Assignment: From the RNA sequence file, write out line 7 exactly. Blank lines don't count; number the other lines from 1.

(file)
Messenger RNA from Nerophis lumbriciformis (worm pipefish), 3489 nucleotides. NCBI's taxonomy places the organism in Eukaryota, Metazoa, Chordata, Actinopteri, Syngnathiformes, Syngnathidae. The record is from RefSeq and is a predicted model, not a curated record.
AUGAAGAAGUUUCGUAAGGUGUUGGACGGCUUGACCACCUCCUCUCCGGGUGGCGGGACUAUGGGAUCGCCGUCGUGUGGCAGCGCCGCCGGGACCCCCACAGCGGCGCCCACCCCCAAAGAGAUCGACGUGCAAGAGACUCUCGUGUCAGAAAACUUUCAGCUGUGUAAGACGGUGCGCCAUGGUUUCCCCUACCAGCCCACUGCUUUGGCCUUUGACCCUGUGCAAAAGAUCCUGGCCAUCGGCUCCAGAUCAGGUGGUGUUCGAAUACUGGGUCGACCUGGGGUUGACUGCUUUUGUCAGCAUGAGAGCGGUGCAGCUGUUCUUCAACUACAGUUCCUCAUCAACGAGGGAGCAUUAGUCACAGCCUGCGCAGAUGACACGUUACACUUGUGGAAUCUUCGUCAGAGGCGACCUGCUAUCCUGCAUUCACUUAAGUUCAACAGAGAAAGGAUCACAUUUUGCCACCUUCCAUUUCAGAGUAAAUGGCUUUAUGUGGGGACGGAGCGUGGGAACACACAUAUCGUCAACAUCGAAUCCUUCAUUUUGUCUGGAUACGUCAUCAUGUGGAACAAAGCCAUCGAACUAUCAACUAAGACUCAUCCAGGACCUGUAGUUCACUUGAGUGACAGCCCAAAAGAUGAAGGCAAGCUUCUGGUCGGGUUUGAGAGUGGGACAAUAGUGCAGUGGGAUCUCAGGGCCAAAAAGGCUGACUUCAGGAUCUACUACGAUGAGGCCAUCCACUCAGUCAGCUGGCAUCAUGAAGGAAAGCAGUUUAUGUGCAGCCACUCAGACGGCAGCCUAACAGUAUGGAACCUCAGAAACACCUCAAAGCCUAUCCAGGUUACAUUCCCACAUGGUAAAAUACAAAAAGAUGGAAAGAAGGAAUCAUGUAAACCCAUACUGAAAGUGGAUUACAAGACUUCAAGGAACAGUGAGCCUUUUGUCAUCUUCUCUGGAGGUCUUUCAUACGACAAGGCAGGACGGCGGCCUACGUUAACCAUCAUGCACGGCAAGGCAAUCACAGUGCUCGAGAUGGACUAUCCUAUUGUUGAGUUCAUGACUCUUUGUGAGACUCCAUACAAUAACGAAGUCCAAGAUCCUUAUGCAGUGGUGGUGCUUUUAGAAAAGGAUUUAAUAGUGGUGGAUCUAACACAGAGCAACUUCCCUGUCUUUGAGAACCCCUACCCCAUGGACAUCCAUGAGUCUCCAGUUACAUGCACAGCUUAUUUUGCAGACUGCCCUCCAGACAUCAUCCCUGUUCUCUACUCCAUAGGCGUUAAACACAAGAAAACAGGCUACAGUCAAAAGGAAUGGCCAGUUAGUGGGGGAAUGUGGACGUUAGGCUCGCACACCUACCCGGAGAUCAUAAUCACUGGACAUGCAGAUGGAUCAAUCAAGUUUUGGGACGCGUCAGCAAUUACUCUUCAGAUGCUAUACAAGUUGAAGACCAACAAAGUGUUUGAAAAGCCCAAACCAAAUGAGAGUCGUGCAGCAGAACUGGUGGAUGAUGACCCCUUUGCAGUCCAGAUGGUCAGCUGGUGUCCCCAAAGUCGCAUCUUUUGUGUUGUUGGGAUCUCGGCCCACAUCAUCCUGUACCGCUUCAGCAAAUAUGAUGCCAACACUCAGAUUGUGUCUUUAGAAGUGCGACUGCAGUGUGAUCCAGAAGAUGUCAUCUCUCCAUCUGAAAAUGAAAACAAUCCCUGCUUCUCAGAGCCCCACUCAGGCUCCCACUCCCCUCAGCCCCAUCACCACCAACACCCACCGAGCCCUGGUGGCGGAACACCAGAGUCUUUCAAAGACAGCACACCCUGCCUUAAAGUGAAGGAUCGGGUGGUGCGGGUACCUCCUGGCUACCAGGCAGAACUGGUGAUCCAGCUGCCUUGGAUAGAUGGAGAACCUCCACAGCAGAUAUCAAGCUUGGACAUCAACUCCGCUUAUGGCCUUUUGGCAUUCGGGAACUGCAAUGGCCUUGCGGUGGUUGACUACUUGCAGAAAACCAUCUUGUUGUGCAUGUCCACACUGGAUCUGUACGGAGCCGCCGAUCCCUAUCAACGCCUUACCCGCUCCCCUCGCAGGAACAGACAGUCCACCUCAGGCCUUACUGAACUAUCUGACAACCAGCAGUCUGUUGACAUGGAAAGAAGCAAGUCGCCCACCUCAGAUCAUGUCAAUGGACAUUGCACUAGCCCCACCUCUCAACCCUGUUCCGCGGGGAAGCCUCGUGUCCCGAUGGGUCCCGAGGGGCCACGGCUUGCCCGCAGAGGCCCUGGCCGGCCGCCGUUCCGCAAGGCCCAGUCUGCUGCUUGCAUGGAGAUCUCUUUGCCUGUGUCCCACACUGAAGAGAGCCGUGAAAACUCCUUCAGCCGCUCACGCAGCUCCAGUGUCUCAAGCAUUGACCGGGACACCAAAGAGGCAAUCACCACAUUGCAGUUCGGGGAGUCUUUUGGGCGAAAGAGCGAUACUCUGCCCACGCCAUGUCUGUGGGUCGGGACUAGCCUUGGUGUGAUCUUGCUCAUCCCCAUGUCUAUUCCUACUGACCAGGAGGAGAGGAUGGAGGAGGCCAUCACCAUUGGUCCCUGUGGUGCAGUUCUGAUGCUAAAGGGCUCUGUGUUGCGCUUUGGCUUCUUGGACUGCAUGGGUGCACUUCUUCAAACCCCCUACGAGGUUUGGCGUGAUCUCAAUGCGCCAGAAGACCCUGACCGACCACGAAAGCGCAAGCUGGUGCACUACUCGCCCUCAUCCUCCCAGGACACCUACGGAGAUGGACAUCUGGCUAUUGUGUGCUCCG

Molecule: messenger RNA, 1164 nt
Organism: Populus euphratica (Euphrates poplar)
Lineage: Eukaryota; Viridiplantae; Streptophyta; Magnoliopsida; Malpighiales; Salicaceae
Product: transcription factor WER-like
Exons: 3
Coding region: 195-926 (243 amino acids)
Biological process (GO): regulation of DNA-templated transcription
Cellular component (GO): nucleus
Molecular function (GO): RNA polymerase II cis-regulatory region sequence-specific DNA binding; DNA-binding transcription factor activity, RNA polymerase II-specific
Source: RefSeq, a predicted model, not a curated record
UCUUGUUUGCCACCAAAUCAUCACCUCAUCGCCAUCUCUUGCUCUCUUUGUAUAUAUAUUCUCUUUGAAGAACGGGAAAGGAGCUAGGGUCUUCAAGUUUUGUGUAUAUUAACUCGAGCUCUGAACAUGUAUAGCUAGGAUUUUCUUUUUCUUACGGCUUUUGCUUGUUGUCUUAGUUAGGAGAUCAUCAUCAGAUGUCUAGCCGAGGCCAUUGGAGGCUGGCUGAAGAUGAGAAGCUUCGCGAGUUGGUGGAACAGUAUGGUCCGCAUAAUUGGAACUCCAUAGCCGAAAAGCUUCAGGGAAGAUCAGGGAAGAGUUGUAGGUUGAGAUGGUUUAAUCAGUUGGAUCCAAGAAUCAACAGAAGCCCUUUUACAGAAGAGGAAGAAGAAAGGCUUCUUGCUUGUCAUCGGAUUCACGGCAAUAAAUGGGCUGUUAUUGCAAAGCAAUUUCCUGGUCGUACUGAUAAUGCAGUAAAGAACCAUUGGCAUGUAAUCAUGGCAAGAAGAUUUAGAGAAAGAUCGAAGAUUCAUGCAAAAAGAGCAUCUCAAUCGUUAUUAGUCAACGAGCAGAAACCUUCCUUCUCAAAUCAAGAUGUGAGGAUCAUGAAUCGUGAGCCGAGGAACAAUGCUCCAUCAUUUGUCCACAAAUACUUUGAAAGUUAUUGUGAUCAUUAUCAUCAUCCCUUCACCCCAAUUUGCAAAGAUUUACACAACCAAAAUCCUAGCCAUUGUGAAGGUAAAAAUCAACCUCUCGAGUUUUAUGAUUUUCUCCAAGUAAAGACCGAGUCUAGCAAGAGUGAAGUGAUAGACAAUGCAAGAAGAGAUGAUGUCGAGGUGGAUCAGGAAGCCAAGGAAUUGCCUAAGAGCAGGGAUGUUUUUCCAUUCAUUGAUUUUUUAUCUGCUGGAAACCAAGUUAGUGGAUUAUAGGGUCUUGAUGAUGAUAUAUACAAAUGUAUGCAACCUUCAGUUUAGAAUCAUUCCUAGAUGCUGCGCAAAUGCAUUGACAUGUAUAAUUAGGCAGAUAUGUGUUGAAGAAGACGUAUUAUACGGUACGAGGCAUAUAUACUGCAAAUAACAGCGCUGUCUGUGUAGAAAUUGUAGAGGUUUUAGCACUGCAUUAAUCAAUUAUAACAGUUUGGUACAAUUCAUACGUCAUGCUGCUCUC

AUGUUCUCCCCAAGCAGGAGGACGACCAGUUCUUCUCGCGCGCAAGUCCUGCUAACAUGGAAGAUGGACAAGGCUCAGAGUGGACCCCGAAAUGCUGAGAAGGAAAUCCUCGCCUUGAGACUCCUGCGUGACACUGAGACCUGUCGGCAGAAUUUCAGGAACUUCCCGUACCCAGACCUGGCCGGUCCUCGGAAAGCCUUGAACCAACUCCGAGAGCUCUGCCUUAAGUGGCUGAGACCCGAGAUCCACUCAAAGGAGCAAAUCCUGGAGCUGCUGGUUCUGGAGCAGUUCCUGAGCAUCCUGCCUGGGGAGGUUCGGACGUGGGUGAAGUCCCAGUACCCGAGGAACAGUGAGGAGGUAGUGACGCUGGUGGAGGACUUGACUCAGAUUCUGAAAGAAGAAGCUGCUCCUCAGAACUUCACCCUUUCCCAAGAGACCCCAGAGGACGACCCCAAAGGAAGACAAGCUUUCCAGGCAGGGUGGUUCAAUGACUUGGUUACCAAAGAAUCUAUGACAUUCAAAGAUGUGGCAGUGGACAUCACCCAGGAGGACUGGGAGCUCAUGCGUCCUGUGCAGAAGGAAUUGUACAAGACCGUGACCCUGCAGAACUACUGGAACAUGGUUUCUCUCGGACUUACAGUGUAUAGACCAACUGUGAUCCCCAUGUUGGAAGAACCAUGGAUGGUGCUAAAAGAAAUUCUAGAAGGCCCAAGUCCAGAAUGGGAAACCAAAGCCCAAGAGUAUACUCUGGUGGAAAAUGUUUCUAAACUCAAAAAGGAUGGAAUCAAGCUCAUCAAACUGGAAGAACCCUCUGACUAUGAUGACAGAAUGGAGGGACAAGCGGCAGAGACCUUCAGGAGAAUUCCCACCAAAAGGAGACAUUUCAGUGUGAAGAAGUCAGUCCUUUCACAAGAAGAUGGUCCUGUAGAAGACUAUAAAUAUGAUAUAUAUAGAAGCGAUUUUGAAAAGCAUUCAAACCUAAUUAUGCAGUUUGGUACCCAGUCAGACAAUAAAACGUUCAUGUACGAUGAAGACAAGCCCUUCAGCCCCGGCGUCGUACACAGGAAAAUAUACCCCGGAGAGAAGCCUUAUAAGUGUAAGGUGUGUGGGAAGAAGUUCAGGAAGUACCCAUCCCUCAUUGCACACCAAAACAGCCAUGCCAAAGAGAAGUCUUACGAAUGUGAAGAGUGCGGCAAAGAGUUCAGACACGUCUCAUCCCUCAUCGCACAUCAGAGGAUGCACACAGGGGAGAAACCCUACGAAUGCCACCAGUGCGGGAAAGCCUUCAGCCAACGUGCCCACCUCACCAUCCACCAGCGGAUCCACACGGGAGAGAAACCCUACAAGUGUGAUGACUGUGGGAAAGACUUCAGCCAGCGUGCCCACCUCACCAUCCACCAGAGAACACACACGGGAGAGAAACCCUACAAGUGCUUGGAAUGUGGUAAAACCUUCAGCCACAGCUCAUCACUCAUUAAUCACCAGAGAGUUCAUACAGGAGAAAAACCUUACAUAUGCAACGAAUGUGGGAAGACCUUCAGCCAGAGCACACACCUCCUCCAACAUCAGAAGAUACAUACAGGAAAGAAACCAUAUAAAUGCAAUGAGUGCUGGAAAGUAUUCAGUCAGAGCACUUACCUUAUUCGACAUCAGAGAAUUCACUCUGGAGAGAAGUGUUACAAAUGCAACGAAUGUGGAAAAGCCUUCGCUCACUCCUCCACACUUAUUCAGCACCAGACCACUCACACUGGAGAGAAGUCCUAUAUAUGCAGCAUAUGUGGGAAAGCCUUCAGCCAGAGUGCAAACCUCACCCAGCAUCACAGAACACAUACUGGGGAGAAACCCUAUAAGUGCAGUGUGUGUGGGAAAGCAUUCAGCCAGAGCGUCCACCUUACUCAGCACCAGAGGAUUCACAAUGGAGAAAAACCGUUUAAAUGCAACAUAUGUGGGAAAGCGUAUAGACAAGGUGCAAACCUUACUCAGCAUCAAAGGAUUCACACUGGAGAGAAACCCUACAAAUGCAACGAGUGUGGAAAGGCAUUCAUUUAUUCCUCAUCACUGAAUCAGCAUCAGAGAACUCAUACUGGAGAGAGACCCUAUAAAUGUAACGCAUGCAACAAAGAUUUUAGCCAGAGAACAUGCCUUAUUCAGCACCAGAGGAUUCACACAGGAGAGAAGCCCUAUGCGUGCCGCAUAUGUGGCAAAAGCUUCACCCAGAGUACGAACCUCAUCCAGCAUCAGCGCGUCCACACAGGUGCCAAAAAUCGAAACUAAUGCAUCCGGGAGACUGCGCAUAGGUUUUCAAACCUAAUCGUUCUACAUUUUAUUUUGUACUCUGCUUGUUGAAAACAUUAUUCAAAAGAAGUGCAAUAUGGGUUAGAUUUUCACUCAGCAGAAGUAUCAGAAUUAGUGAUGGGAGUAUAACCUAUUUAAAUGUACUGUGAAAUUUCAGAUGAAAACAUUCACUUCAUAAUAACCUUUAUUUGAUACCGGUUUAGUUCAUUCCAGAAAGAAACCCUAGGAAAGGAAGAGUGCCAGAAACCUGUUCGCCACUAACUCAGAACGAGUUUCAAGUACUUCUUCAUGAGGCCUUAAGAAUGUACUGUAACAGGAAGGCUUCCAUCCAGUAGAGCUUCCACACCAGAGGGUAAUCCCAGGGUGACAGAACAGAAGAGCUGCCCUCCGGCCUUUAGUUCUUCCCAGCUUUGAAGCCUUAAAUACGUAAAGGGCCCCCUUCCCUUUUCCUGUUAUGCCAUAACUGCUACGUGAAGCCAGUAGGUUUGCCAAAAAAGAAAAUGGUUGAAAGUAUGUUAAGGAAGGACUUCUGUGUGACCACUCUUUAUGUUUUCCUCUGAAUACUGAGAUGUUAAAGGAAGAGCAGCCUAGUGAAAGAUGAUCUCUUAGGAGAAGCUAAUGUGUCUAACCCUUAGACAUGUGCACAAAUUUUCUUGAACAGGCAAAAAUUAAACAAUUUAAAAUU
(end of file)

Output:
Exons: 3